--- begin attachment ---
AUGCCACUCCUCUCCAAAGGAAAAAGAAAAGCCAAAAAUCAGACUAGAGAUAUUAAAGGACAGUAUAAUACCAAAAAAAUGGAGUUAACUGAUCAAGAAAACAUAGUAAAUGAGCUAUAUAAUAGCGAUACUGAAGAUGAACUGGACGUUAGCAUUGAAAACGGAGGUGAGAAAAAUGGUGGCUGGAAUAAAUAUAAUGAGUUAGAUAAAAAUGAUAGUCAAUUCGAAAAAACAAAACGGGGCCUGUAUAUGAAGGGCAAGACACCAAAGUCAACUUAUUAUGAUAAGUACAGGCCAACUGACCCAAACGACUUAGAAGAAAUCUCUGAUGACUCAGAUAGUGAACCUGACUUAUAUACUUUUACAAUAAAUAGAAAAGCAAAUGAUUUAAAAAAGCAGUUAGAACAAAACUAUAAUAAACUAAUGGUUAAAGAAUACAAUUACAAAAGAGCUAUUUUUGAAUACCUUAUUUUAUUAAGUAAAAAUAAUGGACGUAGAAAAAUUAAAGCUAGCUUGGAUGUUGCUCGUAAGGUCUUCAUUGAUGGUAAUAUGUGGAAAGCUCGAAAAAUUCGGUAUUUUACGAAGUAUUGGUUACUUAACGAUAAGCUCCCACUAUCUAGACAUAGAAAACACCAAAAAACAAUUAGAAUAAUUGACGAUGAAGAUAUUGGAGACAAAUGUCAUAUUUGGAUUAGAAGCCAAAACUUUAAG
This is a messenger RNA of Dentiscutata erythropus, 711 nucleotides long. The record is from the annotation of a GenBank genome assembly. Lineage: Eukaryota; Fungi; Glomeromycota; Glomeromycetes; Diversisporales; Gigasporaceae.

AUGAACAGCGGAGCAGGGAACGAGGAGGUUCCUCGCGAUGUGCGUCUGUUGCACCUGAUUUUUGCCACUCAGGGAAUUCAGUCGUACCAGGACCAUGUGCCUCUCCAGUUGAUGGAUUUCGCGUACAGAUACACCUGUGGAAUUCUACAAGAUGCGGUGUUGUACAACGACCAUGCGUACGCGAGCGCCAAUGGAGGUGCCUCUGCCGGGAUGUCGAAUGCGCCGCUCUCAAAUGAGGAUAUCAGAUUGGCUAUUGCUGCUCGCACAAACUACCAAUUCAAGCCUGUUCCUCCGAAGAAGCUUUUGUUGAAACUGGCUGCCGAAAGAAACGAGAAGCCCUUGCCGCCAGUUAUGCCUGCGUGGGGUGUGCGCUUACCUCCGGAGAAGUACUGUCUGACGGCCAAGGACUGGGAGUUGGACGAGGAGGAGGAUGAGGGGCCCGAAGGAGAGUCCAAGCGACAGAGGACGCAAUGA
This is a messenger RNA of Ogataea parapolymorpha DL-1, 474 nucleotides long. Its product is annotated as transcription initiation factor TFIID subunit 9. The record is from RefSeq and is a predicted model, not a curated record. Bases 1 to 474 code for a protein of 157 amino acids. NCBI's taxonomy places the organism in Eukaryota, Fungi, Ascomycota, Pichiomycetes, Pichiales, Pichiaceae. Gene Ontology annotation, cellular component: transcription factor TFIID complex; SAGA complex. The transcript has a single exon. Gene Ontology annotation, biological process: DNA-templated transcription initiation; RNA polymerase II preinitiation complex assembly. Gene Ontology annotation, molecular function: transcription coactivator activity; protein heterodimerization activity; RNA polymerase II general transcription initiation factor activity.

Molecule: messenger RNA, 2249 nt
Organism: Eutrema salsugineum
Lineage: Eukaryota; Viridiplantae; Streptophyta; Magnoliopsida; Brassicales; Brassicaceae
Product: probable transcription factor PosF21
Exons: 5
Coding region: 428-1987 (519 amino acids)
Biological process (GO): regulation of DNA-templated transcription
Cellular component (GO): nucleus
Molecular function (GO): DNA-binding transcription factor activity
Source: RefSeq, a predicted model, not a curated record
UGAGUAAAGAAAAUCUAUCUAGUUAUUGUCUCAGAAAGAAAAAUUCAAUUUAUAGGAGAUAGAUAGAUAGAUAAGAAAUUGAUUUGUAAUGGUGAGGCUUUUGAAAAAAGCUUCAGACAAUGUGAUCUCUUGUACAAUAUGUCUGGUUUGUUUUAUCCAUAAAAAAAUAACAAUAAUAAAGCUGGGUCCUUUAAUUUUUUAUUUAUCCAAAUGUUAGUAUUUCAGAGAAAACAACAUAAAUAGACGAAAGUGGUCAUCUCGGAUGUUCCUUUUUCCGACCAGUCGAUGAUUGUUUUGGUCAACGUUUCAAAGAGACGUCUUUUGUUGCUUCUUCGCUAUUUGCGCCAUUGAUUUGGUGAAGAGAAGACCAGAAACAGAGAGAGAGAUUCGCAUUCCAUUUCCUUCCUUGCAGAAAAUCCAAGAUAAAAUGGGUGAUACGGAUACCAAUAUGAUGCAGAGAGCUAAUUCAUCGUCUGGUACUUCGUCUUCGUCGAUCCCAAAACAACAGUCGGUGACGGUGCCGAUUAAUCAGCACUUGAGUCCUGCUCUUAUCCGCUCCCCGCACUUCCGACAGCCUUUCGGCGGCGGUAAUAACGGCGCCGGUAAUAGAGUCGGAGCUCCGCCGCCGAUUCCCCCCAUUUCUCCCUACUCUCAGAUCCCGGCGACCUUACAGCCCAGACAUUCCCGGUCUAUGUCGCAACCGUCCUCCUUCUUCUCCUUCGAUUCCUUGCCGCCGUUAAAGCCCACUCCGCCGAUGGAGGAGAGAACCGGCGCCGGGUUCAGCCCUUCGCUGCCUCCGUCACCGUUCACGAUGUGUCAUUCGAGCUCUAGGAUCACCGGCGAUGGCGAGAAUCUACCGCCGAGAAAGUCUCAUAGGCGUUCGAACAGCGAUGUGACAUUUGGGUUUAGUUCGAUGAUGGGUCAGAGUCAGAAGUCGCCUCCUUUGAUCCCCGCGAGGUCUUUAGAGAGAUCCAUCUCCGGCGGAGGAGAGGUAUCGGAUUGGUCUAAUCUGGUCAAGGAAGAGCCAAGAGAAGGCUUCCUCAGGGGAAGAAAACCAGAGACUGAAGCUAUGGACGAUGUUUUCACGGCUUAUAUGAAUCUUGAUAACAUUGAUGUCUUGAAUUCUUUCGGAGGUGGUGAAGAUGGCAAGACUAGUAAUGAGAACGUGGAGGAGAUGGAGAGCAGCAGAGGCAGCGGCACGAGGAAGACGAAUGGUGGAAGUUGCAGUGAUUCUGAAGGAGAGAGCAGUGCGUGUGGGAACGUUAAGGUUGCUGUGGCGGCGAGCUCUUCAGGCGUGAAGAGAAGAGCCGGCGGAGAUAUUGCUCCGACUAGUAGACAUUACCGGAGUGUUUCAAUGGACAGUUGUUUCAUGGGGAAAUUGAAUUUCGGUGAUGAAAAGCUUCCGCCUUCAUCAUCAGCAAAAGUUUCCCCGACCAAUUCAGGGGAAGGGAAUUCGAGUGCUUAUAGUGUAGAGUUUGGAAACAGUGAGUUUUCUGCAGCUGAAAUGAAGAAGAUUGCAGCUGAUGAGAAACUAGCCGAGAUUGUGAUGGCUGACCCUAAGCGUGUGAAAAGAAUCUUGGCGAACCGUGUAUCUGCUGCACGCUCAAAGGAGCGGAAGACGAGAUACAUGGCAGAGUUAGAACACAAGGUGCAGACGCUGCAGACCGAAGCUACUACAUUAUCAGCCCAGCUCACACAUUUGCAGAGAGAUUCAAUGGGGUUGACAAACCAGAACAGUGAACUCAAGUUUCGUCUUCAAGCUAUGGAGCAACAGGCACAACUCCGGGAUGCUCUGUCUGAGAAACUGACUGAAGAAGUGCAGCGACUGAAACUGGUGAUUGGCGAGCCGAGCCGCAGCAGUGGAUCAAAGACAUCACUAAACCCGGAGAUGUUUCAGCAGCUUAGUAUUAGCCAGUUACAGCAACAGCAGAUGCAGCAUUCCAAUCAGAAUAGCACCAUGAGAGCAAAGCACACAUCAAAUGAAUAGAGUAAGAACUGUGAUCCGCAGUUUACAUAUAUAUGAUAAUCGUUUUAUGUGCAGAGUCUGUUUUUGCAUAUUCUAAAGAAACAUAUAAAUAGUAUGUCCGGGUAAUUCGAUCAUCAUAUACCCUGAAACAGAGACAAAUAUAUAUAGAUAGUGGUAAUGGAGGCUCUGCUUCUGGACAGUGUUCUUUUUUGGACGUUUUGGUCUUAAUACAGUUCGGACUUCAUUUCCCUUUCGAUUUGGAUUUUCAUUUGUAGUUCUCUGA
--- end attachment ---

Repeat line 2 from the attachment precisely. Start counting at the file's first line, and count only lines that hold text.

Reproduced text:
This is a messenger RNA of Dentiscutata erythropus, 711 nucleotides long. The record is from the annotation of a GenBank genome assembly. Lineage: Eukaryota; Fungi; Glomeromycota; Glomeromycetes; Diversisporales; Gigasporaceae.